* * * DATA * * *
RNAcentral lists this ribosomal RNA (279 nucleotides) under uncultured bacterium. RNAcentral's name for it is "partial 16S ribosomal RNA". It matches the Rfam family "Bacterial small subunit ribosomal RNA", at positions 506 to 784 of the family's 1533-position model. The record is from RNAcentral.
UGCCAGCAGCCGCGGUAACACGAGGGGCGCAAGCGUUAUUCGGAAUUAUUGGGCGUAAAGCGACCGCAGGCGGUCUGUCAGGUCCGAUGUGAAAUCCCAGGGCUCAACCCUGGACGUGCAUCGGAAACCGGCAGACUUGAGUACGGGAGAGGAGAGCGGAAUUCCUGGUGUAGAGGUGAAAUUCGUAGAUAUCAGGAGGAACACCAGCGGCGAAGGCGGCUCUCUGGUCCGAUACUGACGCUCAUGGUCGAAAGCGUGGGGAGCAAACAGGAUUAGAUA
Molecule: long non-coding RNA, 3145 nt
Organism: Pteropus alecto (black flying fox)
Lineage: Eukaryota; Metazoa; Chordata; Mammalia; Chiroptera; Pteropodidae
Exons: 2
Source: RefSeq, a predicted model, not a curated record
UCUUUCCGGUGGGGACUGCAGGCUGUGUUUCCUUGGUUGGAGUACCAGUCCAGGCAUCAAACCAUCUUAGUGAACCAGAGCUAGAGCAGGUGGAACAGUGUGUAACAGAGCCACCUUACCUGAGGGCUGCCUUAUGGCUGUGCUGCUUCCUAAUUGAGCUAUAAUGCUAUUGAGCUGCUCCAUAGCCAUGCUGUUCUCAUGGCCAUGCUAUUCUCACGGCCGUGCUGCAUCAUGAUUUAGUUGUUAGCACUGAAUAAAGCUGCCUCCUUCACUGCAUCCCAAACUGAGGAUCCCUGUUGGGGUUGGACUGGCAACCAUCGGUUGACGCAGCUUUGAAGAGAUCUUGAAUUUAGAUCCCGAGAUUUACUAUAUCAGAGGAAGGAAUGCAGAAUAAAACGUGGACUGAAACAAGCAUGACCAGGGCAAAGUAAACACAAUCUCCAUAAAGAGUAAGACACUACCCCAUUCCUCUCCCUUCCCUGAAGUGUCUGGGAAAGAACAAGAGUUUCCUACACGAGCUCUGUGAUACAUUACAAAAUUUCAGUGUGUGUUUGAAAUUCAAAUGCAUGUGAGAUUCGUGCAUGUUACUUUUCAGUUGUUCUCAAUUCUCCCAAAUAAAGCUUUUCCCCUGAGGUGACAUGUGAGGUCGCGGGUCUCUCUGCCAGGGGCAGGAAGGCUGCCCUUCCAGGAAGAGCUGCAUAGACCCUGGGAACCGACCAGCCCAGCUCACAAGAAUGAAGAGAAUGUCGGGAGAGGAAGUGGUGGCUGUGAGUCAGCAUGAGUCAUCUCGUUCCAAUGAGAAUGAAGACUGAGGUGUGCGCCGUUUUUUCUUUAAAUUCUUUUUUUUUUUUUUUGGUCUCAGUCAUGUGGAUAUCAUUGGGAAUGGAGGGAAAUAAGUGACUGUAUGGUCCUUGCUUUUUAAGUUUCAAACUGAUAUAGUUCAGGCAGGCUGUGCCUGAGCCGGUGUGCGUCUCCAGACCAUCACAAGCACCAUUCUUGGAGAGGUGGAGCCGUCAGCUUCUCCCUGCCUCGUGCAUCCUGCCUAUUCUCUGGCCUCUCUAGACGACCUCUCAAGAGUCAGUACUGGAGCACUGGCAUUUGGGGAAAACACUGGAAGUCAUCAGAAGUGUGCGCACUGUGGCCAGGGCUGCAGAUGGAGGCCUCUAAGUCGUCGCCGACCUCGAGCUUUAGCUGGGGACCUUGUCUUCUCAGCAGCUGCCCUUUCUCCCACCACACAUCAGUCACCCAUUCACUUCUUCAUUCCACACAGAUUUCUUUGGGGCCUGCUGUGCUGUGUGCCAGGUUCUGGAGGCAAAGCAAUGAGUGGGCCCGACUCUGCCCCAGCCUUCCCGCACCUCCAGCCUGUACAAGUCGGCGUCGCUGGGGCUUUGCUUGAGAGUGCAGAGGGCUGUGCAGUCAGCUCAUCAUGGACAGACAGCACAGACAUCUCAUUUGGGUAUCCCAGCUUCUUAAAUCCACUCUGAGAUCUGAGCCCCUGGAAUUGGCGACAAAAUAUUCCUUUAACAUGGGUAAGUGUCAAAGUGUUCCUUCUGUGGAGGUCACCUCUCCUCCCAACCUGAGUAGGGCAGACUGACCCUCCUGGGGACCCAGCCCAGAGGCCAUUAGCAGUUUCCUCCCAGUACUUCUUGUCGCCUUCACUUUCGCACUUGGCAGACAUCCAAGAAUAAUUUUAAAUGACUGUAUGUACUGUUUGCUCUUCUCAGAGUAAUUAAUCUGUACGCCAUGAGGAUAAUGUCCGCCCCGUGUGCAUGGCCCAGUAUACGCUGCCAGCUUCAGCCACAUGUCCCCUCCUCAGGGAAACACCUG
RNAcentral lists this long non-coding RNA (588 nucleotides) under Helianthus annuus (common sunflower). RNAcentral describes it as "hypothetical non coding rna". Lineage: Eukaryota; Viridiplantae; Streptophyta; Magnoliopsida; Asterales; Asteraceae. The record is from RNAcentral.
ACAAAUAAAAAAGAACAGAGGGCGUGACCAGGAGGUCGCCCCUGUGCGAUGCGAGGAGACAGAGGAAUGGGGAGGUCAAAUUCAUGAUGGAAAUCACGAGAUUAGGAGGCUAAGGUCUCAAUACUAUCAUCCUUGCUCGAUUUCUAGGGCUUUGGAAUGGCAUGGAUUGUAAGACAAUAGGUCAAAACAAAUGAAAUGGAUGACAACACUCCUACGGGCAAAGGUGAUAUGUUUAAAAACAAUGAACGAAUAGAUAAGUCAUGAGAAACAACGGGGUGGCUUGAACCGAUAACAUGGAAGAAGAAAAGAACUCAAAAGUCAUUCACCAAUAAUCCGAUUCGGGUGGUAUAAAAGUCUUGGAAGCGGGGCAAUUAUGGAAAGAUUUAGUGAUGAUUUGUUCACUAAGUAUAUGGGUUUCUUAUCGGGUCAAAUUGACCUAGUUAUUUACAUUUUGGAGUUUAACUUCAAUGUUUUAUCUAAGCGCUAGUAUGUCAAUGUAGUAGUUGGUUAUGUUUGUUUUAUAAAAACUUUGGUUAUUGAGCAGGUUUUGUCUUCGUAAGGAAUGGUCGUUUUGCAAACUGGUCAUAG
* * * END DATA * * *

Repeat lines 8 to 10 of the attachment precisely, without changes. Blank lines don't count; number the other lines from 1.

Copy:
UCUUUCCGGUGGGGACUGCAGGCUGUGUUUCCUUGGUUGGAGUACCAGUCCAGGCAUCAAACCAUCUUAGUGAACCAGAGCUAGAGCAGGUGGAACAGUGUGUAACAGAGCCACCUUACCUGAGGGCUGCCUUAUGGCUGUGCUGCUUCCUAAUUGAGCUAUAAUGCUAUUGAGCUGCUCCAUAGCCAUGCUGUUCUCAUGGCCAUGCUAUUCUCACGGCCGUGCUGCAUCAUGAUUUAGUUGUUAGCACUGAAUAAAGCUGCCUCCUUCACUGCAUCCCAAACUGAGGAUCCCUGUUGGGGUUGGACUGGCAACCAUCGGUUGACGCAGCUUUGAAGAGAUCUUGAAUUUAGAUCCCGAGAUUUACUAUAUCAGAGGAAGGAAUGCAGAAUAAAACGUGGACUGAAACAAGCAUGACCAGGGCAAAGUAAACACAAUCUCCAUAAAGAGUAAGACACUACCCCAUUCCUCUCCCUUCCCUGAAGUGUCUGGGAAAGAACAAGAGUUUCCUACACGAGCUCUGUGAUACAUUACAAAAUUUCAGUGUGUGUUUGAAAUUCAAAUGCAUGUGAGAUUCGUGCAUGUUACUUUUCAGUUGUUCUCAAUUCUCCCAAAUAAAGCUUUUCCCCUGAGGUGACAUGUGAGGUCGCGGGUCUCUCUGCCAGGGGCAGGAAGGCUGCCCUUCCAGGAAGAGCUGCAUAGACCCUGGGAACCGACCAGCCCAGCUCACAAGAAUGAAGAGAAUGUCGGGAGAGGAAGUGGUGGCUGUGAGUCAGCAUGAGUCAUCUCGUUCCAAUGAGAAUGAAGACUGAGGUGUGCGCCGUUUUUUCUUUAAAUUCUUUUUUUUUUUUUUUGGUCUCAGUCAUGUGGAUAUCAUUGGGAAUGGAGGGAAAUAAGUGACUGUAUGGUCCUUGCUUUUUAAGUUUCAAACUGAUAUAGUUCAGGCAGGCUGUGCCUGAGCCGGUGUGCGUCUCCAGACCAUCACAAGCACCAUUCUUGGAGAGGUGGAGCCGUCAGCUUCUCCCUGCCUCGUGCAUCCUGCCUAUUCUCUGGCCUCUCUAGACGACCUCUCAAGAGUCAGUACUGGAGCACUGGCAUUUGGGGAAAACACUGGAAGUCAUCAGAAGUGUGCGCACUGUGGCCAGGGCUGCAGAUGGAGGCCUCUAAGUCGUCGCCGACCUCGAGCUUUAGCUGGGGACCUUGUCUUCUCAGCAGCUGCCCUUUCUCCCACCACACAUCAGUCACCCAUUCACUUCUUCAUUCCACACAGAUUUCUUUGGGGCCUGCUGUGCUGUGUGCCAGGUUCUGGAGGCAAAGCAAUGAGUGGGCCCGACUCUGCCCCAGCCUUCCCGCACCUCCAGCCUGUACAAGUCGGCGUCGCUGGGGCUUUGCUUGAGAGUGCAGAGGGCUGUGCAGUCAGCUCAUCAUGGACAGACAGCACAGACAUCUCAUUUGGGUAUCCCAGCUUCUUAAAUCCACUCUGAGAUCUGAGCCCCUGGAAUUGGCGACAAAAUAUUCCUUUAACAUGGGUAAGUGUCAAAGUGUUCCUUCUGUGGAGGUCACCUCUCCUCCCAACCUGAGUAGGGCAGACUGACCCUCCUGGGGACCCAGCCCAGAGGCCAUUAGCAGUUUCCUCCCAGUACUUCUUGUCGCCUUCACUUUCGCACUUGGCAGACAUCCAAGAAUAAUUUUAAAUGACUGUAUGUACUGUUUGCUCUUCUCAGAGUAAUUAAUCUGUACGCCAUGAGGAUAAUGUCCGCCCCGUGUGCAUGGCCCAGUAUACGCUGCCAGCUUCAGCCACAUGUCCCCUCCUCAGGGAAACACCUG
RNAcentral lists this long non-coding RNA (588 nucleotides) under Helianthus annuus (common sunflower). RNAcentral describes it as "hypothetical non coding rna". Lineage: Eukaryota; Viridiplantae; Streptophyta; Magnoliopsida; Asterales; Asteraceae. The record is from RNAcentral.
ACAAAUAAAAAAGAACAGAGGGCGUGACCAGGAGGUCGCCCCUGUGCGAUGCGAGGAGACAGAGGAAUGGGGAGGUCAAAUUCAUGAUGGAAAUCACGAGAUUAGGAGGCUAAGGUCUCAAUACUAUCAUCCUUGCUCGAUUUCUAGGGCUUUGGAAUGGCAUGGAUUGUAAGACAAUAGGUCAAAACAAAUGAAAUGGAUGACAACACUCCUACGGGCAAAGGUGAUAUGUUUAAAAACAAUGAACGAAUAGAUAAGUCAUGAGAAACAACGGGGUGGCUUGAACCGAUAACAUGGAAGAAGAAAAGAACUCAAAAGUCAUUCACCAAUAAUCCGAUUCGGGUGGUAUAAAAGUCUUGGAAGCGGGGCAAUUAUGGAAAGAUUUAGUGAUGAUUUGUUCACUAAGUAUAUGGGUUUCUUAUCGGGUCAAAUUGACCUAGUUAUUUACAUUUUGGAGUUUAACUUCAAUGUUUUAUCUAAGCGCUAGUAUGUCAAUGUAGUAGUUGGUUAUGUUUGUUUUAUAAAAACUUUGGUUAUUGAGCAGGUUUUGUCUUCGUAAGGAAUGGUCGUUUUGCAAACUGGUCAUAG